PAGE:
We stand at the starting line of some big sporting occasions. Friday sees the opening ceremony of the Games of the XXXI Olympiad, an event that has crept imperceptibly under our sporting radar for reasons ranging from post-London apathy to fears of doping, Zika and civil unrest. I hope it will prove us wrong with some supreme action, but Rio has presented a waiting brief which will be sustained for at least another few days.
Friday also sees the beginning of our football league programme, with the big boys of the Premier League joining in the following weekend. It would take the most rampantly optimistic of folk to believe that it could match the absurd fairytale of Leicester’s stunning victory last year, but every team will be fervently supported by someone around the country, and all four divisions offer some intriguingly open competition.
But the title of this website dictates that, in the event of a split-decision from the editorial judges, if in doubt go with the horse racing. So the biggest equine news from this last seven days, for racecourse tourists past, present and future, came on Monday which saw the publication of the 2017 fixture list. This was the first to be compiled under the new tripartite structure of the BHA, racecourses and horsemen.
There will be 1,496 race meetings to choose from next year. That’s 14 more than last year and only ten shy of the record high figure from six years ago. A large chunk of the twilight meetings have been shifted back to the evening in an attempt to increase the customer base, and you can now watch live British racing every Saturday evening from your own home on TV, laptop, tablet or mobile.
“British racing’s Authorised Betting Partners have highlighted evening fixtures as the primary opportunity to support further growth in remote betting” the BHA website says.
Unsurprisingly, this has not gone down especially well with the likes of Ladbrokes, Coral and Hills in the retail sector who are likely to lose punters from their high street shops in late afternoon to go home and bet with their rivals from the comfort of the sofa. However, it is hard to feel sorry for these bookmakers that have had ample opportunity to sign up to Associated Betting Partner status. The likes of Bet365 and Betfair, already APBs who voluntarily contribute a higher percentage of their take on British racing back into funding the sport, have been rewarded with consultations on the fixture list and measures to reward the online sector.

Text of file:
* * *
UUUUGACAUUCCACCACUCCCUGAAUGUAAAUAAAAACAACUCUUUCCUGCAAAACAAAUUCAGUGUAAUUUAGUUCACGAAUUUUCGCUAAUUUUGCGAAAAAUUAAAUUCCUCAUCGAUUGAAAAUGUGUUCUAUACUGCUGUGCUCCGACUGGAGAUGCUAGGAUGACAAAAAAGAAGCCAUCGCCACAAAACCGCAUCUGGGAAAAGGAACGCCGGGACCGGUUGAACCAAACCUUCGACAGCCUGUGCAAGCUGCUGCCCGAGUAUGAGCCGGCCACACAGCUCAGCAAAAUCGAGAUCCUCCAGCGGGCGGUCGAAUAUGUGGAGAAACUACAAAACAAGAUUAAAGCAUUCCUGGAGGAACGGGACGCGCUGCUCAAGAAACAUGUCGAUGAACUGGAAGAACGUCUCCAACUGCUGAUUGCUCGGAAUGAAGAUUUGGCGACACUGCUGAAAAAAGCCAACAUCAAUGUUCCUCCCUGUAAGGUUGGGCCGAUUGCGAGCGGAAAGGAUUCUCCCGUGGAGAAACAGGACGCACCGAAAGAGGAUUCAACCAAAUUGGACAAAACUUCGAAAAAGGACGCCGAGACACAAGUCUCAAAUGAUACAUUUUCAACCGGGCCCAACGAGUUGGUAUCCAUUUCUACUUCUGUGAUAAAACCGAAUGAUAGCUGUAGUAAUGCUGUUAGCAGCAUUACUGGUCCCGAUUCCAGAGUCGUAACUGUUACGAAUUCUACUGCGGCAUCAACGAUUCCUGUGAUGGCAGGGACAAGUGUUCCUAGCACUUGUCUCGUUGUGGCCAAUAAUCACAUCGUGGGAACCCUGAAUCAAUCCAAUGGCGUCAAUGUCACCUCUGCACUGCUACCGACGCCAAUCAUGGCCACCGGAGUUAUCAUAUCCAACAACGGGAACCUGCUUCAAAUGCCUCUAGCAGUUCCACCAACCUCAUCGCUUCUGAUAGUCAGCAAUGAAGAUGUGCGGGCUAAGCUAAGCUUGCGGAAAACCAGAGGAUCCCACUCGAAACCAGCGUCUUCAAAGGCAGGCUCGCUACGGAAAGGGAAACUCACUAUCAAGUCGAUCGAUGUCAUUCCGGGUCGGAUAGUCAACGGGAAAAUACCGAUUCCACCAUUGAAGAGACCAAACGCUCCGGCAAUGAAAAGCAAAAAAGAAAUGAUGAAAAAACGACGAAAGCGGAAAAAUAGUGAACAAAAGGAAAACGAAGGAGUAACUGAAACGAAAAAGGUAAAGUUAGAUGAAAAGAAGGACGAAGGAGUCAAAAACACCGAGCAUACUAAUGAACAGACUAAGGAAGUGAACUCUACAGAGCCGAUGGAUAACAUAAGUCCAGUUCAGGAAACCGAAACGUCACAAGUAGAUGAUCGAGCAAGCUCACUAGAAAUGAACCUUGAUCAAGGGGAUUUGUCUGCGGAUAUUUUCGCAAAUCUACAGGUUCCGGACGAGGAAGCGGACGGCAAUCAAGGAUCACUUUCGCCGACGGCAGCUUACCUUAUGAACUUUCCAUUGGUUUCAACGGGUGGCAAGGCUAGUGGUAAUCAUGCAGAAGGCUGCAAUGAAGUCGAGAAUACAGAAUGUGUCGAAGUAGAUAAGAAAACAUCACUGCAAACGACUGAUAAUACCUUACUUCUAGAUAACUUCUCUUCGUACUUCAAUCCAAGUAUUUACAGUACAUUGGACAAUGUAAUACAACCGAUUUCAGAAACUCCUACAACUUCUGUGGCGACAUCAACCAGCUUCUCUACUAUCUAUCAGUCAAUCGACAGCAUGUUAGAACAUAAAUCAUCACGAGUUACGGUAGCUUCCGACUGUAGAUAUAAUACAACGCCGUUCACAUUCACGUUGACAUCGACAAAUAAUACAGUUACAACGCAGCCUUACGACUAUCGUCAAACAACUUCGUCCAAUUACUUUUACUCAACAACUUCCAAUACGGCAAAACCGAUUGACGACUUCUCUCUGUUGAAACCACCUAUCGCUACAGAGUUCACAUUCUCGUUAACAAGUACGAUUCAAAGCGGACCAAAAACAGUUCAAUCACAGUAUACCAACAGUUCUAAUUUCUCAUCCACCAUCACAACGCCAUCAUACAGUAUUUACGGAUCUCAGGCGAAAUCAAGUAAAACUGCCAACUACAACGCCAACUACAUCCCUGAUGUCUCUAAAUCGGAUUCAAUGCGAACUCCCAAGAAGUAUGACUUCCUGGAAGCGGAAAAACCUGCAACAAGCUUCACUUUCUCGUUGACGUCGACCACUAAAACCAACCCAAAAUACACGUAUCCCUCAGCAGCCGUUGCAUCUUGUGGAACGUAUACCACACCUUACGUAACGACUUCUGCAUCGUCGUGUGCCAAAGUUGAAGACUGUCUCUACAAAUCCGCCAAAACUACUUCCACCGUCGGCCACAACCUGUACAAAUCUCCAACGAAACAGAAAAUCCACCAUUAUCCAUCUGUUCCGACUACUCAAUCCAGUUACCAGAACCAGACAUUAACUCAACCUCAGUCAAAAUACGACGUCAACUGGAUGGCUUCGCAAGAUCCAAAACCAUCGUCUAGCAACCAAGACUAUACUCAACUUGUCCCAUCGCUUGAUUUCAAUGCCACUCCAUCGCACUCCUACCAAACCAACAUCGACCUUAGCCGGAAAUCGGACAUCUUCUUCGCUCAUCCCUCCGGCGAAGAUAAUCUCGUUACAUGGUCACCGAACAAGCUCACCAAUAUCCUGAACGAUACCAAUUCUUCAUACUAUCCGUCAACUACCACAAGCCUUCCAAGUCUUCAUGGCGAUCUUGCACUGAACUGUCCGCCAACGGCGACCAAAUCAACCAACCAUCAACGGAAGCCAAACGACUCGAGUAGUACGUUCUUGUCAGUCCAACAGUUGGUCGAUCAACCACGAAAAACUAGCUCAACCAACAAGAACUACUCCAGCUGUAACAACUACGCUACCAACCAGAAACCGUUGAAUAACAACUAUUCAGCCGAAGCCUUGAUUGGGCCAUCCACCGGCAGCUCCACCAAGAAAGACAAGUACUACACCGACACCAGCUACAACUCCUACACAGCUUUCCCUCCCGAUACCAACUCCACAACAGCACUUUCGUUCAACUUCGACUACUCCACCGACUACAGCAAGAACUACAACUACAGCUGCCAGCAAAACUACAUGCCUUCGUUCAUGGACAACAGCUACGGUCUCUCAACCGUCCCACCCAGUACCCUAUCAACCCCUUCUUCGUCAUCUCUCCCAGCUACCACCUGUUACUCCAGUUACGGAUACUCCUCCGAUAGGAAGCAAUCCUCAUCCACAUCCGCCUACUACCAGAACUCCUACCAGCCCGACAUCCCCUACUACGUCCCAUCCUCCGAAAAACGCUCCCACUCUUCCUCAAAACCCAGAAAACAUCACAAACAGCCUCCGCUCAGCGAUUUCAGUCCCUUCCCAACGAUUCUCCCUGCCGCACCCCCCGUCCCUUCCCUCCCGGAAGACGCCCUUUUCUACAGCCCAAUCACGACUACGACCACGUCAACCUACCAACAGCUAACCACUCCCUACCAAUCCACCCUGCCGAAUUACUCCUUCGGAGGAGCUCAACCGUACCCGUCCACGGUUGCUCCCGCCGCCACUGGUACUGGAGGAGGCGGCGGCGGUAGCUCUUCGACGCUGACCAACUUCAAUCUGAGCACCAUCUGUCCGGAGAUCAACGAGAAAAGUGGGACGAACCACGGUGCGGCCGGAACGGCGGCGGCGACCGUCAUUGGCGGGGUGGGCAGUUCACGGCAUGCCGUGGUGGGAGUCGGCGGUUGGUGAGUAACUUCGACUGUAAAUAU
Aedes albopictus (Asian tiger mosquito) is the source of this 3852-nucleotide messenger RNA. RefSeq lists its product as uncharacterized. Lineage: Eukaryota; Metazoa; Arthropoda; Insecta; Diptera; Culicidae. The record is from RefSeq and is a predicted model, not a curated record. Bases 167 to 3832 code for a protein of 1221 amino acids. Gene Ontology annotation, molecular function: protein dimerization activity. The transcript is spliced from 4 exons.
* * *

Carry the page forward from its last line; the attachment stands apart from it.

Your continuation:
However, these industry-wide issues pale into insignificance when compared to the myriad individual opportunities the fixture list reveals. If you are reading this then you probably enjoy going racing, and it is possible you have already booked your time off work to attend your favourite meetings.
For me, the publication of the schedule continues a 25-year theoretical exercise of planning a route to watch racing at all the courses in 80 days, a sequence only broken last year when the theory transitioned into the awkward, tremendous, bizarre and trembling real world. I shall not be having another go next year, The Wife will be pleased to read, but I can’t help going through the iterations once again.
Is it possible to complete the tour in just 60 days, I wondered? No, is the answer, even if the traveller is to contemplate the most arduous of schedules and ludicrous of tours. The Phoenix-like Hereford races only once in the golden window of March to June, on Sunday 26 March 2017, and Crazy Cartmel doesn’t start until Saturday 27 May, a period of 63 days.
Is it possible to complete the expedition in those 63 days, then? Possibly, assuming you are happy to miss both the Cheltenham Festival and the Derby, but I shall let you work that one out. “Someone’s beaten us to it” was a recent Facebook comment to my book, but I would encourage you all to make your own journey, whether that be over two months, two years or a lifetime. The racecourses of Great Britain continue to offer a rich and varied backdrop for the chasing of dreams, and I urge you to write your own history across their lush turf.